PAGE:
My first camera at 14 was a Kodak Hot Shot 110 S film camera. A birthday gift. It was a nice black piece of plastic into which we had to stick a 110 cartridge film that came in 12, 15, 20 or 24 exposures. And then we had to take the pictures and wind the film reel, so that when we opened the back to take out the cartridge, film wouldn’t get ‘exposed’ and ruined.
The process was so long. I remember being annoyed about the whole procedure each time, because I was not blessed with patience. The print store took at least a week to give it back to us, because it has to be manually processed in a dark room. (It wouldn’t be until 1994 that I would truly come to appreciate the art or the patience and skill required to make perfect color prints.)
Anyway, the year was 1984. Film was the only thing that made a camera work and it was called photography, and photographers were nearly as revered as professionals like engineers and doctors. Of course, not…I’m kidding.
Nobody cared how the film captured the image and nobody valued photographers enough to give their daughters. I have proof of that. Several of my parents’ friends were photographers and they were all single then, and they died single. Among my friends – girls and boys in and outside my age-group, all of us residing in a gigantic flat building in Calcutta – nobody owned a camera. Maybe a couple of parents, of a couple of my friends did…like Minolta and Yashika… imported mostly from US or Japan, or from the Kidderpore ‘chor’ bazaar of Calcutta.
Yet, out of the blue, at 14, I did. My friends didn’t care much for it because I never took their photos until much later. I wasn’t particularly kicked about it either because I couldn’t buy the precious film cartridges whenever I wanted. Pocket money didn’t exist in my parents’ dictionary, and I hated to ask. Also I had a hard time remembering the ISO versus the shutter speed ratios. Upon much coercion and with many reminders, I would take it out and carry it with me to the zoo and for holidays during which my parents because pretty generous. They always bought me the 12 or the 15 exposures one, which pissed me off because before I blinked, it would be over. No matter how much thought I put into the ‘family’ photo or ‘action’ photo.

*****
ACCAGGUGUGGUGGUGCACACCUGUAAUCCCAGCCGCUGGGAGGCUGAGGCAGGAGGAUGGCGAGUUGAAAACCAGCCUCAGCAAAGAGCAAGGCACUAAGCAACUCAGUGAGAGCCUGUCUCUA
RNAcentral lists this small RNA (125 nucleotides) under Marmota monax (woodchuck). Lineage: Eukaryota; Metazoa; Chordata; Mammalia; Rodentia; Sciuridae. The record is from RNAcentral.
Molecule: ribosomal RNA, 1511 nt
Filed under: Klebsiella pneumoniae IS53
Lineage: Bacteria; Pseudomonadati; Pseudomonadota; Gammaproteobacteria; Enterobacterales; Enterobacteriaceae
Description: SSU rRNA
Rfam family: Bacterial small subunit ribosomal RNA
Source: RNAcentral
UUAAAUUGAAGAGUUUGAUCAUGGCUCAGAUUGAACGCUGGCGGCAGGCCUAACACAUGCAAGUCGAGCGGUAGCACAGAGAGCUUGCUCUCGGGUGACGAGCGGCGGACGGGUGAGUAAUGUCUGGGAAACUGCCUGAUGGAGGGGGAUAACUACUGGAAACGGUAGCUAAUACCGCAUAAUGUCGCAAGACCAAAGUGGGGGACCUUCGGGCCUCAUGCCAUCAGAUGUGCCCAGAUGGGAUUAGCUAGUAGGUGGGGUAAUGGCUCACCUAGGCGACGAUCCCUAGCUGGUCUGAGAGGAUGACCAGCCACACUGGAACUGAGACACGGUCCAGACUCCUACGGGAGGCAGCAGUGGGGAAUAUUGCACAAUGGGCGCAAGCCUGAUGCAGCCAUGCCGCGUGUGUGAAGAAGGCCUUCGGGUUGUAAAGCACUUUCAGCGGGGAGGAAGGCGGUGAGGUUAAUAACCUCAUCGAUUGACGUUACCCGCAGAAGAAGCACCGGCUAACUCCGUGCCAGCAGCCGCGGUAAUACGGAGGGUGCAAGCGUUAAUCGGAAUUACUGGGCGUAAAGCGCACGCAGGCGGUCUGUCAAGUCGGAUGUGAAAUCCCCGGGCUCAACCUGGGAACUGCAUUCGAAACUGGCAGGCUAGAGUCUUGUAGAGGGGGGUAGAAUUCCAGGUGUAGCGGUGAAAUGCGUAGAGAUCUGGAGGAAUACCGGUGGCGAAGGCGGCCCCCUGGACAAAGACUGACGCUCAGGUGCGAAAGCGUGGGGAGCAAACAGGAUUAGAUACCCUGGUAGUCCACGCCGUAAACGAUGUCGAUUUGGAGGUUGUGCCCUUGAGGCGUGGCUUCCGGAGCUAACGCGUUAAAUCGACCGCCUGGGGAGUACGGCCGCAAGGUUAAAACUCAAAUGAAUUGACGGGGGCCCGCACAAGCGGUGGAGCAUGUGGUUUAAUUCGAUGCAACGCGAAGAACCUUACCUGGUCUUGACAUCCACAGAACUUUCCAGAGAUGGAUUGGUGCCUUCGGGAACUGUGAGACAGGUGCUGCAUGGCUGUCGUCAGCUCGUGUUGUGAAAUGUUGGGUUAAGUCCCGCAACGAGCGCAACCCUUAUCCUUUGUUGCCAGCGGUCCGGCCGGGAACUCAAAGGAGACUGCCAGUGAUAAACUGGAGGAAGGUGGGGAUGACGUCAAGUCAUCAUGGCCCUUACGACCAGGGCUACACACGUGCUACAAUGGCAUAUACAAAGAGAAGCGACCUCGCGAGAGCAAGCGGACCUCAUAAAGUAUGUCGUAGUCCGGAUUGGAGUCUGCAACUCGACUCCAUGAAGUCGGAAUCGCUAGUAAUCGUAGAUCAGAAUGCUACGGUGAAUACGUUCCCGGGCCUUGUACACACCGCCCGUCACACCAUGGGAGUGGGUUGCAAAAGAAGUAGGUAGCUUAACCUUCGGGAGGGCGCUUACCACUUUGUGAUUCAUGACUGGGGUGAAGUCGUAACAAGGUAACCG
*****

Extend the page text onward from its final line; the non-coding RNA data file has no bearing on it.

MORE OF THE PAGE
Photography wasn’t as common then as the Common Cold, like it is now. It was a very expensive hobby so no one was into it. Only those who earned money out of it owned cameras and opened studios even. It was a priceless time. The 1970’s and 80’s, because when we did something, we did it with so much of reverence and caution. There was no ‘preview’ or ‘delete’ or ‘histogram’. It was what it was. Like the Common Cold. You did what you could with the best of your knowledge.
Yet, some of the best photos, in terms of composition and light, were created at that time by some of the world’s best photographers. And they did not even have Instagram to brag about followers.
Imaging as we called it later in the 1990’s, was not about competing with one another. Certainly not about ‘Is his photograph better than her’s?’ – it was more about nostalgia, romance and passion that we wanted to capture in the photo. It wasn’t about taking a picture in the moment and then discarding the moment itself for a better picture.
I took this picture and refused to delete it. I just liked the way the flower looked. I was told that this photo was not going to win awards. Who cares? That’s how my eyes saw it and liked it. Common or not, I prefer to live in the spirit of the moment.
Sometimes, at any rate.